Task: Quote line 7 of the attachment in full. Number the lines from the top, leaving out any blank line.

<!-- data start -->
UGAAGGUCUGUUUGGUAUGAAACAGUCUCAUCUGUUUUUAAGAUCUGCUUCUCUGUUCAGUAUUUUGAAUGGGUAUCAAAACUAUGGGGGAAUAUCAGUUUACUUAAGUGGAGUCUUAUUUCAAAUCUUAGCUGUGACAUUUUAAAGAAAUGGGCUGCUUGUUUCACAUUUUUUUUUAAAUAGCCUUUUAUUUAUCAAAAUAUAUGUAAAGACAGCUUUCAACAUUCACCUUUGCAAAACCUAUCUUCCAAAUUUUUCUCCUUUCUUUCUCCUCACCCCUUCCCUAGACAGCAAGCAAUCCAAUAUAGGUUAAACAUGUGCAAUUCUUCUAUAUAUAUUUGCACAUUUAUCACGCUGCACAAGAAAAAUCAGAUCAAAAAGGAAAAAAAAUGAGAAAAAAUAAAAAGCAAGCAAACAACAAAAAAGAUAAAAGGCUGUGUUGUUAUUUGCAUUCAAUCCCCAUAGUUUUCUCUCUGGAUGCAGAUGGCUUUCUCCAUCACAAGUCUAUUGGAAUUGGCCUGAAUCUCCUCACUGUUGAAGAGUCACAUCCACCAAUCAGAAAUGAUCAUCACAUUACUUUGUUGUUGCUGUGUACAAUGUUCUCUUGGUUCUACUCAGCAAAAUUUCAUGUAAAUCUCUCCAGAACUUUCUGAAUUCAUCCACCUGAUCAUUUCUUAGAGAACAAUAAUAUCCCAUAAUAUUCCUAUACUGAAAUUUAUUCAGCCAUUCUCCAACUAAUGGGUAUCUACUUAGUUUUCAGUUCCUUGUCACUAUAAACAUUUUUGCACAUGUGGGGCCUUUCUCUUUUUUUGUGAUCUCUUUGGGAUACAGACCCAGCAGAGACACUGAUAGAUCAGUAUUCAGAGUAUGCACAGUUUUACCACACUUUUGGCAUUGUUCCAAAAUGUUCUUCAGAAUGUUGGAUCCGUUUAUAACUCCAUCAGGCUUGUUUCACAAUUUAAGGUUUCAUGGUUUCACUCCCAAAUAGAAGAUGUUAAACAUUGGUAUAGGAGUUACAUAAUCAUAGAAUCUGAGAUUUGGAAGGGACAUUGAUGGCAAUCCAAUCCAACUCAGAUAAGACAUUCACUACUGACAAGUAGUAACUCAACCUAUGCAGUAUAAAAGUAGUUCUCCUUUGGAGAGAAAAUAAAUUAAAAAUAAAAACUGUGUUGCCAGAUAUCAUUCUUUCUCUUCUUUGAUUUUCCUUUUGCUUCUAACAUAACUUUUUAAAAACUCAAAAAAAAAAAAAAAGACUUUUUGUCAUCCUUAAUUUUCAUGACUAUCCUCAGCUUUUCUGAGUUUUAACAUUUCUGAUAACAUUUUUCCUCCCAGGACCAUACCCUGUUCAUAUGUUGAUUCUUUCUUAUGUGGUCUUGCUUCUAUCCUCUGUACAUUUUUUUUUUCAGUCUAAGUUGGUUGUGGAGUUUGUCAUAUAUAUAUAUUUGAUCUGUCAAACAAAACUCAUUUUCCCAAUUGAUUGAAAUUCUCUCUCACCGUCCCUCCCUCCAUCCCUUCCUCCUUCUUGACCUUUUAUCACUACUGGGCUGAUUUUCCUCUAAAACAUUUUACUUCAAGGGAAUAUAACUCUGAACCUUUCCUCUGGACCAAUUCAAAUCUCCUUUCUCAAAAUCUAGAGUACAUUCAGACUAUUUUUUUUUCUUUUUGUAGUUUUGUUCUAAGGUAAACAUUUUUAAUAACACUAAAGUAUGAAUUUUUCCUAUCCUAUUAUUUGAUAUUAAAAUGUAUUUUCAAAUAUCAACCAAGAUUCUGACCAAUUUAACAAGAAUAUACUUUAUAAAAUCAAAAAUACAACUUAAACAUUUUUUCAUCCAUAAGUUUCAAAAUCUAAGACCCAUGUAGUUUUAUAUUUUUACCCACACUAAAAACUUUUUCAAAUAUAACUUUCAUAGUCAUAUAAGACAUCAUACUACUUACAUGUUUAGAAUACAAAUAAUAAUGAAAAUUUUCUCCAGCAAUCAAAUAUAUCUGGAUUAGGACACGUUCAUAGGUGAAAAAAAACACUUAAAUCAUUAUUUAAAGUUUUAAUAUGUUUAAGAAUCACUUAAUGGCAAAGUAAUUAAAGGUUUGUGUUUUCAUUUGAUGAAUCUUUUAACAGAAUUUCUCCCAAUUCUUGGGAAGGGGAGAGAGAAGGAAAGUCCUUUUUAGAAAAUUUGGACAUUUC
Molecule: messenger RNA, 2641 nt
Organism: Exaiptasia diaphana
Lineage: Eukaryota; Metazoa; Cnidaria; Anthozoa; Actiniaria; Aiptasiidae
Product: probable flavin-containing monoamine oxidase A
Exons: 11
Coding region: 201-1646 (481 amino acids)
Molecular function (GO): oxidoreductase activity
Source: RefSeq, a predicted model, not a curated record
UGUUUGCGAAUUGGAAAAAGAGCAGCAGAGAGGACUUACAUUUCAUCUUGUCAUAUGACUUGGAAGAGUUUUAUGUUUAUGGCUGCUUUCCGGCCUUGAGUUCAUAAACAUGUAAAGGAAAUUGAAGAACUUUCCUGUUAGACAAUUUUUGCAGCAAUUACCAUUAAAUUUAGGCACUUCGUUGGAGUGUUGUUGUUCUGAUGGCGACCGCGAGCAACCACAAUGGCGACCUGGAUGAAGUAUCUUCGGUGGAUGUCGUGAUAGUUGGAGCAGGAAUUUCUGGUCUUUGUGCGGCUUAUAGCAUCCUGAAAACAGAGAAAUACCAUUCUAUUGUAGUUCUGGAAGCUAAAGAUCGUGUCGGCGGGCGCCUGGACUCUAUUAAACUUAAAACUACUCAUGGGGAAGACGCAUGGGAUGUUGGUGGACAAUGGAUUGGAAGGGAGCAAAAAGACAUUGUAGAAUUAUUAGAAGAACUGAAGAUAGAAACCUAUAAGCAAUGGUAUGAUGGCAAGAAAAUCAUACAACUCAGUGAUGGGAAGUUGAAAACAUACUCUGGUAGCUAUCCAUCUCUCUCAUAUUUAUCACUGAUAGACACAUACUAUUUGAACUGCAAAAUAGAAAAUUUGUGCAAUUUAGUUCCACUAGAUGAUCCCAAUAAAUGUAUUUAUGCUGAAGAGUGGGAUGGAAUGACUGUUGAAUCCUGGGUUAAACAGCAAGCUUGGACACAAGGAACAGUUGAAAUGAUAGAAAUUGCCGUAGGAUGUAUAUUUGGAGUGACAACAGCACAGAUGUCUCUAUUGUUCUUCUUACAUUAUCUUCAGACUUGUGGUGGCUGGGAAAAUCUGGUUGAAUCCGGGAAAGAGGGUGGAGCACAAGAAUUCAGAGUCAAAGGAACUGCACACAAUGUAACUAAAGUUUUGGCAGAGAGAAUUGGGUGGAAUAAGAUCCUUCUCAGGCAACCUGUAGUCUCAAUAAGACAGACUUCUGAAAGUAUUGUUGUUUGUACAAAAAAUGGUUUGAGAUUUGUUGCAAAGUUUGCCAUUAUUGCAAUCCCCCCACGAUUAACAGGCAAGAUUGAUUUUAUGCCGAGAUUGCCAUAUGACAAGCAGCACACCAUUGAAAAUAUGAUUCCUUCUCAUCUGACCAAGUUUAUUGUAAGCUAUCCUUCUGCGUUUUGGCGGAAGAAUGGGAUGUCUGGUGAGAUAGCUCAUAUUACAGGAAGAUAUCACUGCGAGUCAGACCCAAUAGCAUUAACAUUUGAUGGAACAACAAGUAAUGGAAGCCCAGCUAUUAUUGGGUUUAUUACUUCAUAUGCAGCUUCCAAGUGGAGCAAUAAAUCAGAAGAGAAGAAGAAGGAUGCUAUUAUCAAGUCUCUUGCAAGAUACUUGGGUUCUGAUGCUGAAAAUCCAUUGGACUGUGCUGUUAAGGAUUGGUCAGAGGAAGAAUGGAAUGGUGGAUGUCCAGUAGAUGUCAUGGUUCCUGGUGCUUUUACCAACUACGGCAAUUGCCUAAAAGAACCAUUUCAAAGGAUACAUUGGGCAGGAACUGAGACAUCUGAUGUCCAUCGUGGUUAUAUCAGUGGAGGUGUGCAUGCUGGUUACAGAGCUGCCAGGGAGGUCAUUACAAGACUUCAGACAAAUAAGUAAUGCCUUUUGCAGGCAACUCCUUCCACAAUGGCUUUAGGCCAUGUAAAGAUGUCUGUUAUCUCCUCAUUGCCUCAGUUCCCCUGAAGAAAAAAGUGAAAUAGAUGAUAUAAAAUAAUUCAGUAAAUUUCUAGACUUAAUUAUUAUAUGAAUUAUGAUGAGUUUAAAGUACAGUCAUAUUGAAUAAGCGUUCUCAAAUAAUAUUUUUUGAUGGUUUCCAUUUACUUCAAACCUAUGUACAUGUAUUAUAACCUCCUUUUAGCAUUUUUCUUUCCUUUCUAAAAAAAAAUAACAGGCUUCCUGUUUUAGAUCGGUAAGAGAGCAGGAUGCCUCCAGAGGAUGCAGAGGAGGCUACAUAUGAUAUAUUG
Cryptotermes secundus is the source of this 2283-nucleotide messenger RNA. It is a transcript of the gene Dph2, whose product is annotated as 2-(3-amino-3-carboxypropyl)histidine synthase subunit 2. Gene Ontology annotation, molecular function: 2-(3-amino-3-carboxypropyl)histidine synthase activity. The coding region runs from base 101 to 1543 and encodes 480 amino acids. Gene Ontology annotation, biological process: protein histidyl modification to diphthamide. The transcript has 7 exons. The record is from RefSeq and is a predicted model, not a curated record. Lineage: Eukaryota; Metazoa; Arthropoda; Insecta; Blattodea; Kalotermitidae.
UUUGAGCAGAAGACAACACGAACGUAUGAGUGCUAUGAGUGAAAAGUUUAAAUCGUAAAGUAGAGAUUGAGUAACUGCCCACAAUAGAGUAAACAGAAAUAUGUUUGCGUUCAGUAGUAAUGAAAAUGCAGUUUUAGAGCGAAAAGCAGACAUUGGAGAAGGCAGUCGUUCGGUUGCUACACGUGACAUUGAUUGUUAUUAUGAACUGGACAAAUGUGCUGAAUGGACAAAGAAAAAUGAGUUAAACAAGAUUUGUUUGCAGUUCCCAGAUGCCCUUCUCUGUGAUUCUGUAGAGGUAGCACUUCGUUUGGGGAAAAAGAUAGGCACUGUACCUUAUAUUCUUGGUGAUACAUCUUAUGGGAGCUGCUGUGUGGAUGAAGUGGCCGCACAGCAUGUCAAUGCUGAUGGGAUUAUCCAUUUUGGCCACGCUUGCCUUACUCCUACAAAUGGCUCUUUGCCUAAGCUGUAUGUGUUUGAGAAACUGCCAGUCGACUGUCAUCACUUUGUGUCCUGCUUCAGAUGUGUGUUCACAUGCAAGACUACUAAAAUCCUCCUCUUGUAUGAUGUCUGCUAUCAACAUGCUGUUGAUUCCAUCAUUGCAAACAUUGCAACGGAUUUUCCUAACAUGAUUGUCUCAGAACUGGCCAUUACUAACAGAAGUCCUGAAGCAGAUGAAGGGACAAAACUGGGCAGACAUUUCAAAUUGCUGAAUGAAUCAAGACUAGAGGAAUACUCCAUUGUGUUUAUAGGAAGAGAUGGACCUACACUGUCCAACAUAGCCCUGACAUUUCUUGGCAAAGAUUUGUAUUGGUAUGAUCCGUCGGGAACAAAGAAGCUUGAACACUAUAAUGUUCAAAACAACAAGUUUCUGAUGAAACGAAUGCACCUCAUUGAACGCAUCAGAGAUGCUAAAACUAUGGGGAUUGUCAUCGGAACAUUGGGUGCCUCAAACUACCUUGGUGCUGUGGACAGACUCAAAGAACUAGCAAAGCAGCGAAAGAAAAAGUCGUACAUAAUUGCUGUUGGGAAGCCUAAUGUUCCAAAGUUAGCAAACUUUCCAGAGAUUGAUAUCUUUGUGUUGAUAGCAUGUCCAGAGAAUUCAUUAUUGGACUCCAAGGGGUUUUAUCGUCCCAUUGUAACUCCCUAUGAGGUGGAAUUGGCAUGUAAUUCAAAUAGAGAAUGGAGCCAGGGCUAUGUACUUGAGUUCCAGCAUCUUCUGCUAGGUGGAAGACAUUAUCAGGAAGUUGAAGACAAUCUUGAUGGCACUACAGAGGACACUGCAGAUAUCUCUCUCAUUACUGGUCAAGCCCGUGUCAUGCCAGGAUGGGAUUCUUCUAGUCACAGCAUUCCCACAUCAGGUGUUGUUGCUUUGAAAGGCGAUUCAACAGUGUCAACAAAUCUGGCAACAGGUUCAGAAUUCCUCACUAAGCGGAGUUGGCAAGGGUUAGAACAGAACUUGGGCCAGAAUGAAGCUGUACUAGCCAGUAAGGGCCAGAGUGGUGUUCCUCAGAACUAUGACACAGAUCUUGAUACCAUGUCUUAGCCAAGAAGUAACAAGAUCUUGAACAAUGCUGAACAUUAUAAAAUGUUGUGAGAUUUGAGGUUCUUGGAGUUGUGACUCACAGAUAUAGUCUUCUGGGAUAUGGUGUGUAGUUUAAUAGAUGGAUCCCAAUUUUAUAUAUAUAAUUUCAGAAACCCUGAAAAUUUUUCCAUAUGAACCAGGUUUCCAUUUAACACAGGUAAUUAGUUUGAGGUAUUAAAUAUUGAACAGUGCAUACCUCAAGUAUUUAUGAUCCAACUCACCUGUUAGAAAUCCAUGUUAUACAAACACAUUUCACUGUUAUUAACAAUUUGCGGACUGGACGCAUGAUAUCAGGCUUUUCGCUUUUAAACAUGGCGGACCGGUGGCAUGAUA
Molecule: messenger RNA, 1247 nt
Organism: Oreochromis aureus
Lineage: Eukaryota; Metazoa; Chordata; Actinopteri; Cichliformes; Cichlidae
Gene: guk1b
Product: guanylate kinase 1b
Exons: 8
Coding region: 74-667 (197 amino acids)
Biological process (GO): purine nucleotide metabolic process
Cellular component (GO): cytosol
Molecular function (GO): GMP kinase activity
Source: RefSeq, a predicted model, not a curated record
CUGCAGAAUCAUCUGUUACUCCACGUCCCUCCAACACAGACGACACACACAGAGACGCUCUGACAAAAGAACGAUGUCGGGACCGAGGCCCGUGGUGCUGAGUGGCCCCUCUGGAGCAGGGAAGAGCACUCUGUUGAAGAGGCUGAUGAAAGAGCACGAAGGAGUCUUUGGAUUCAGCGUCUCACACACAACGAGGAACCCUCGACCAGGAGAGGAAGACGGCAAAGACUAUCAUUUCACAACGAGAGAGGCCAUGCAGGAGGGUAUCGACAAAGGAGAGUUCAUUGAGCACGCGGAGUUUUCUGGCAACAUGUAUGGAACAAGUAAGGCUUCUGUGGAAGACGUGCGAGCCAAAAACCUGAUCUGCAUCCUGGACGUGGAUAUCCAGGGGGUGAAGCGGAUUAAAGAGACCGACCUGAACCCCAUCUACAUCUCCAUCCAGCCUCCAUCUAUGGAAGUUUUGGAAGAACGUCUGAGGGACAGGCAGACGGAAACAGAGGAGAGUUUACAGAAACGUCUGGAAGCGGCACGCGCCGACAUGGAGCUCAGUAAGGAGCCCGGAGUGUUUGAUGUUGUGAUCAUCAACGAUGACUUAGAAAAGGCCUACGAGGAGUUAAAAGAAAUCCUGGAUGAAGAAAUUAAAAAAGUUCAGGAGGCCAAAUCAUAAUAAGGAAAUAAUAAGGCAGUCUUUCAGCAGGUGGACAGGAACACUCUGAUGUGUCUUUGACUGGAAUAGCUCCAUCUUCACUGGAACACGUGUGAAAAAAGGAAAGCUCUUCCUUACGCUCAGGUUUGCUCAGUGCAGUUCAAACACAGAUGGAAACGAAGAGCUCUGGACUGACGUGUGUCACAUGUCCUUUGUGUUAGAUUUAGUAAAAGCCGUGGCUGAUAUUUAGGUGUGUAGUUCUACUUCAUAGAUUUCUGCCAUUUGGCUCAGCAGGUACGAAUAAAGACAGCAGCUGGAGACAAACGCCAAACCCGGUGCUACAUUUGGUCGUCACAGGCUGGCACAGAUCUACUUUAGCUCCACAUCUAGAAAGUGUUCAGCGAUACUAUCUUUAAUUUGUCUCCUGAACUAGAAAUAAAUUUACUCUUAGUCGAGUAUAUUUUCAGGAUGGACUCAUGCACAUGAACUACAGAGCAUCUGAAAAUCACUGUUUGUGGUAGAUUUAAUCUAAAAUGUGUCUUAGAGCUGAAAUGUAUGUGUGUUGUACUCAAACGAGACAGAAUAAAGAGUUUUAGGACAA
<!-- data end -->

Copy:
Coding region: 201-1646 (481 amino acids)